Chronic Disease Management



Clinical signs of Addison's disease are usually vague and non-specific. Pets suffering from Addison’s disease may show symptoms of lethargy, diarrhea, vomiting, increased thirst, increased urination, and unplanned weight loss. Intermittent shaking episodes are sometimes seen. The symptoms may grow and wane.

Addison’s disease is primarily caused by an immune –mediated destruction of adrenal tissue. Less commonly, the adrenal glands may be damaged by trauma or infection. Addison’s disease can also occur following treatment of Cushing’s disease (hyperadrenocorticism), in which too much cortisol and aldosterone are produced. If the medication used to treat Cushing’s disease inadvertently suppresses too much adrenal gland activity, deficiency of cortisol and aldosterone may result.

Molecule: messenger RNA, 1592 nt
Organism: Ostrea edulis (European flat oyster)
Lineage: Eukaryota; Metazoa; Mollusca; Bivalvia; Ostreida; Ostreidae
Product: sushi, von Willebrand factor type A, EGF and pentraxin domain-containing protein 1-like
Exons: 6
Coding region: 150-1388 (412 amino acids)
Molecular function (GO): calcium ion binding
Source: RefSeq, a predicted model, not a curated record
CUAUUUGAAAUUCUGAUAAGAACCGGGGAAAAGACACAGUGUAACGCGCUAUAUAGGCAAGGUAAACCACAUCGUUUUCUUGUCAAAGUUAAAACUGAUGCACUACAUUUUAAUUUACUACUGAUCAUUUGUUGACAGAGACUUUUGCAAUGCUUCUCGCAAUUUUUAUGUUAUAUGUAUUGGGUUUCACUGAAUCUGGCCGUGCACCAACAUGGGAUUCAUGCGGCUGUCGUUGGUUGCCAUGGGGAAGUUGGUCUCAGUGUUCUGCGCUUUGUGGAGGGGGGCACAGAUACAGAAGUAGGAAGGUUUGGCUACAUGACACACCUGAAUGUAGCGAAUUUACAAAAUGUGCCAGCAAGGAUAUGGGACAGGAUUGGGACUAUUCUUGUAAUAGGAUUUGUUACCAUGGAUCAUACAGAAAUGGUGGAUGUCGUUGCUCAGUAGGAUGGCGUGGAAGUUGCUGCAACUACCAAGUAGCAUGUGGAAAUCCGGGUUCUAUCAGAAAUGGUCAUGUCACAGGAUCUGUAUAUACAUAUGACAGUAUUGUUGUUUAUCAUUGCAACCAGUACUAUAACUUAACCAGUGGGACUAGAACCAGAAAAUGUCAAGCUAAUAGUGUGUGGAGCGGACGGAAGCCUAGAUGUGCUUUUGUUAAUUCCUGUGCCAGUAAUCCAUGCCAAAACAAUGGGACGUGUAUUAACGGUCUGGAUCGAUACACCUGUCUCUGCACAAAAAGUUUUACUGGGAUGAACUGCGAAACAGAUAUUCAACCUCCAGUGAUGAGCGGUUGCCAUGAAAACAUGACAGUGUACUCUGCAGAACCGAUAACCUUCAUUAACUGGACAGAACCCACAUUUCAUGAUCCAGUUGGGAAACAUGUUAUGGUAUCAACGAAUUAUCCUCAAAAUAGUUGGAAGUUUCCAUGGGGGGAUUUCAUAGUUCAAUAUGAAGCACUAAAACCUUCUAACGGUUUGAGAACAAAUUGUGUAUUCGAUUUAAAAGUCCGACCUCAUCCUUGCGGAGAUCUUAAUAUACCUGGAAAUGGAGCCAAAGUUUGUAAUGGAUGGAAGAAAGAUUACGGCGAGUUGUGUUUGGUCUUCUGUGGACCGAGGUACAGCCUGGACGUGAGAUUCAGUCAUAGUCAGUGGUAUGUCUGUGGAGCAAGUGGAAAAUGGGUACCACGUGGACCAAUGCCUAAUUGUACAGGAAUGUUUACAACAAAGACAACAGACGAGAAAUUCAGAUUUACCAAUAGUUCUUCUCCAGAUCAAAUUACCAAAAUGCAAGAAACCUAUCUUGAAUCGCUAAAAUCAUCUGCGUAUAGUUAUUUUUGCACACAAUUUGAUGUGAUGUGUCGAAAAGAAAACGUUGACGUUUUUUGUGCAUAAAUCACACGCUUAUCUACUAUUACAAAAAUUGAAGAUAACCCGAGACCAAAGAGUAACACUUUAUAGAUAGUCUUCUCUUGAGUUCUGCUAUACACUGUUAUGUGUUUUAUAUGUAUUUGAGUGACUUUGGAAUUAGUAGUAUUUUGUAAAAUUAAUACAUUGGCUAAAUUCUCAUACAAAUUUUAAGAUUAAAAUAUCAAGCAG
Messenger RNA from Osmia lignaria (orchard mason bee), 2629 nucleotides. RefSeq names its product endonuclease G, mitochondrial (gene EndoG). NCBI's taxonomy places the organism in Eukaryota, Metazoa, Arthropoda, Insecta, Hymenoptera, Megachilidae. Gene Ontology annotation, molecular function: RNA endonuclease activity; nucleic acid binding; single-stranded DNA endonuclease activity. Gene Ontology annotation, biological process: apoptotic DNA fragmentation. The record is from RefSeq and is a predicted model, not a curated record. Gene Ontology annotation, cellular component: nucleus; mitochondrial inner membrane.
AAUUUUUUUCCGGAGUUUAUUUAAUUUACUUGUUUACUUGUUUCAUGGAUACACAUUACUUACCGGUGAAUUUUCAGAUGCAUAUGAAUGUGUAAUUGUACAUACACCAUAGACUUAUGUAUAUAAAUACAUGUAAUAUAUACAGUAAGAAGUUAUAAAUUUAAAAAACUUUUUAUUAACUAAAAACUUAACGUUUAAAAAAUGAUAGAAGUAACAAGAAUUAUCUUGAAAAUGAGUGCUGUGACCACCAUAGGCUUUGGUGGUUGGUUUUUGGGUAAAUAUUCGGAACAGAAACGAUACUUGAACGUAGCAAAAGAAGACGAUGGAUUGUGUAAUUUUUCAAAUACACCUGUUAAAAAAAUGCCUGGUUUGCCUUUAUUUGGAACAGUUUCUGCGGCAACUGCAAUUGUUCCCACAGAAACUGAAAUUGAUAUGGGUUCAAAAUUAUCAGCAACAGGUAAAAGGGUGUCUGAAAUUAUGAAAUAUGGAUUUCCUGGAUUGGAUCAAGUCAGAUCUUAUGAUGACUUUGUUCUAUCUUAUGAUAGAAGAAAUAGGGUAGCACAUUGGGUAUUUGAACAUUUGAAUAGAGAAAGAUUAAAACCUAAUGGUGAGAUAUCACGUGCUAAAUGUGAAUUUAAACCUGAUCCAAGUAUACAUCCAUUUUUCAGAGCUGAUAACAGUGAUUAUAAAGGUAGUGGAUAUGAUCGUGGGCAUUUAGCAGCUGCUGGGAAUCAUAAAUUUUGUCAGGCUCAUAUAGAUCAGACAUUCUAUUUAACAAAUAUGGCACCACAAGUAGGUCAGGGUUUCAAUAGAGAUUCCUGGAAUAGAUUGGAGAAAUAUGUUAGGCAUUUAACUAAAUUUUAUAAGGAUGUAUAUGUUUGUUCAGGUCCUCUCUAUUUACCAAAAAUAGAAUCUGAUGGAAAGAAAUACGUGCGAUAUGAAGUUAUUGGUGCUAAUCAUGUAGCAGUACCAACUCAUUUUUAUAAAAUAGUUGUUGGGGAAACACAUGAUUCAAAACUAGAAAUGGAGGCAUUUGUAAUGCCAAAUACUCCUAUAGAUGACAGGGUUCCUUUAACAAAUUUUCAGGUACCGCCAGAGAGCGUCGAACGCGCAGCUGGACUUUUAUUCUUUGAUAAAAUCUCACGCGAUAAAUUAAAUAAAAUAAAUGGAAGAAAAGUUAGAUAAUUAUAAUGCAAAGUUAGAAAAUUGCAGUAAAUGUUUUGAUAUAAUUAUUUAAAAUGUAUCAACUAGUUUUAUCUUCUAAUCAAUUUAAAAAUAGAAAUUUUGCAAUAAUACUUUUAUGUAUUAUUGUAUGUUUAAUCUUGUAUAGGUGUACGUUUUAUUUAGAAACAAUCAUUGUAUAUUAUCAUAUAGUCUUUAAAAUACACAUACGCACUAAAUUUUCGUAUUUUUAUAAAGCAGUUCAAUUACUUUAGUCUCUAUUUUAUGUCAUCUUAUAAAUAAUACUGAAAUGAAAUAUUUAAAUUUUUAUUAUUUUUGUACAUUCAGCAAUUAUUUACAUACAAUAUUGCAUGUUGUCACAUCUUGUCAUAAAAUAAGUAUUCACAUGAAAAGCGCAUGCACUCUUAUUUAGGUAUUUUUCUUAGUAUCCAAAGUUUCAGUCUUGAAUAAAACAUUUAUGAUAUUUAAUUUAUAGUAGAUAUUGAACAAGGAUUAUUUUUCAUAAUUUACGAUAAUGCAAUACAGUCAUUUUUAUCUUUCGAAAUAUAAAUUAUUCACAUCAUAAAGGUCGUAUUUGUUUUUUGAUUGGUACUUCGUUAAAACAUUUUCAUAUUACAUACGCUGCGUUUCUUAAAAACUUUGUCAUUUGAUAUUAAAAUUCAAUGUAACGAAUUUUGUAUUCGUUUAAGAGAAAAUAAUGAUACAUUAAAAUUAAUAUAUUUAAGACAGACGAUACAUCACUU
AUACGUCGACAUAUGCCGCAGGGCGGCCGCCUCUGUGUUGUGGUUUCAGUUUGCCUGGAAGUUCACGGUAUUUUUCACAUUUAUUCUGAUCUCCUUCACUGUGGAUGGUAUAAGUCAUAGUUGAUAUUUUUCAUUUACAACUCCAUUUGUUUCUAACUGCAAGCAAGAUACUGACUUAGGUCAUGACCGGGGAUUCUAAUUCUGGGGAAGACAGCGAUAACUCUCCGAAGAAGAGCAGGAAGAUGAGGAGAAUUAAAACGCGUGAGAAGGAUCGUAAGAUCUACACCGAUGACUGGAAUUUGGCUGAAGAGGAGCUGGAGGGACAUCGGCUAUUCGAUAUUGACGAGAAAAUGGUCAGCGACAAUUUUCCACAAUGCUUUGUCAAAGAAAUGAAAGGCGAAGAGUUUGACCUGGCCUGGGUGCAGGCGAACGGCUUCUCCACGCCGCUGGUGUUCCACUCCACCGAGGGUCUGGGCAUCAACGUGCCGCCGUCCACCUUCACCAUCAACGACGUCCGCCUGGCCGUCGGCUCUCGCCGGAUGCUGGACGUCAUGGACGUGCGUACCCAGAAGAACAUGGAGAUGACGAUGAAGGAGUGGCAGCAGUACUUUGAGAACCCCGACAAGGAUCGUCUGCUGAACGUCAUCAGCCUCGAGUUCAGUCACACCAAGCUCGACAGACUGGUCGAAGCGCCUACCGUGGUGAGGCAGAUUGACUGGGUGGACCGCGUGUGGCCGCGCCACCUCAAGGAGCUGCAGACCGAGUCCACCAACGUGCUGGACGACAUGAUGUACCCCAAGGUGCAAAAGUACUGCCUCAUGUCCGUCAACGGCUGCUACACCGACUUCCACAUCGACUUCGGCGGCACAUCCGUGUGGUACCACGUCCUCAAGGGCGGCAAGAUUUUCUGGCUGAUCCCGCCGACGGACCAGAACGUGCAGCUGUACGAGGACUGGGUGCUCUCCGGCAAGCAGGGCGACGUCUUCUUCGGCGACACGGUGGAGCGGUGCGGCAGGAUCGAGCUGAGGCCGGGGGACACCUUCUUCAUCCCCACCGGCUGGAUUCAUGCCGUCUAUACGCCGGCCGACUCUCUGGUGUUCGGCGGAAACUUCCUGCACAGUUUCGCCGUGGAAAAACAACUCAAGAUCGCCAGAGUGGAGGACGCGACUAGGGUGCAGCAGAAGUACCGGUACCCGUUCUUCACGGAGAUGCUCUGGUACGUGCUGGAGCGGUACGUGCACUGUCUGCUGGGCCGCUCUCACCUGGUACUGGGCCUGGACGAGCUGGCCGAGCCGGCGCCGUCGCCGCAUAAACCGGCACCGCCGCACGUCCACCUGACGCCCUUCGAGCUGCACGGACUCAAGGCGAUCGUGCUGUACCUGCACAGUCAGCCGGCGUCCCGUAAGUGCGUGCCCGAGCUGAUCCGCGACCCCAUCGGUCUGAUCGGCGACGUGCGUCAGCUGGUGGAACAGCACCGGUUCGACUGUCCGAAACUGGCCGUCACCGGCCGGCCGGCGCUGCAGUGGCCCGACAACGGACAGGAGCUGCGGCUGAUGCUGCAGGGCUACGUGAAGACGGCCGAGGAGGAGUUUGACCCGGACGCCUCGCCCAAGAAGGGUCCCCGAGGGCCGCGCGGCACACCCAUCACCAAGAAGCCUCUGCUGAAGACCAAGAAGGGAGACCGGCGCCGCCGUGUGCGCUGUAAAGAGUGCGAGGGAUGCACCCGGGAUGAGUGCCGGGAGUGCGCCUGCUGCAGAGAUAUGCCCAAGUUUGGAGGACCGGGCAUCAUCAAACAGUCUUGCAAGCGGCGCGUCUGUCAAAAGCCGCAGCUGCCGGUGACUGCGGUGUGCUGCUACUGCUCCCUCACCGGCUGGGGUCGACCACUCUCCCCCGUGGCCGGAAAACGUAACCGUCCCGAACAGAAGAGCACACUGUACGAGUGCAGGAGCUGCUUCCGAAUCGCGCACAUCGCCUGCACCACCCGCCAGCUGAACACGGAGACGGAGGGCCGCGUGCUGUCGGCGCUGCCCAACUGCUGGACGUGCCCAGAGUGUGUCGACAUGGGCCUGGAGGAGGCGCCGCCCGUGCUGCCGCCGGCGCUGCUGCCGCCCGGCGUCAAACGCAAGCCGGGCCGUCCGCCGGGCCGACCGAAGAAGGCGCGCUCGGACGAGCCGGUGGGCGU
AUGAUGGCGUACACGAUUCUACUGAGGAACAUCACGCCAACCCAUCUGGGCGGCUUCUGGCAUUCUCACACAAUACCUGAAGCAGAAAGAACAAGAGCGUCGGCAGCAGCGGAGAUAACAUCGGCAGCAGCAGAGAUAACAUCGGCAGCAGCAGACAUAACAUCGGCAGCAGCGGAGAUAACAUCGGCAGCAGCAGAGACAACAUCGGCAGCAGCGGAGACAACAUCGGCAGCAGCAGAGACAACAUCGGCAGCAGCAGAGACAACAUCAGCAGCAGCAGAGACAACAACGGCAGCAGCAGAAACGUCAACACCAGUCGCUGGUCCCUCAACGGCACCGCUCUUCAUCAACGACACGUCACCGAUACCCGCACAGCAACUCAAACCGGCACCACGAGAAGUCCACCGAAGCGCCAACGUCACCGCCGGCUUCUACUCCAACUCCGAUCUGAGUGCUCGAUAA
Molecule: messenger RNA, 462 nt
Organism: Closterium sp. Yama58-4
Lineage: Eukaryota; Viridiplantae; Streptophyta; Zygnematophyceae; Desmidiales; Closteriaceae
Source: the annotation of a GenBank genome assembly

A secondary form of Addison's disease can result from a tumor or defect in the pituitary gland, which is an important hormonal regulator located in the brain. Secondary Addison's disease can also develop if a pet has been treated with long-term steroids for any reason and the medication is abruptly stopped. This last condition is known as iatrogenic hypoadrenocorticism and is generally temporary.

Certain breeds seem to be at increased risk for developing Addison’s disease. These include, but are not limited to: Portuguese water dog, bearded collie, standard poodles, Nova Scotia duck tolling retrievers, Leonbergers, and Labrador retrievers.

Once diagnosed, most dogs with Addison’s disease can be successfully treated with injectable medication.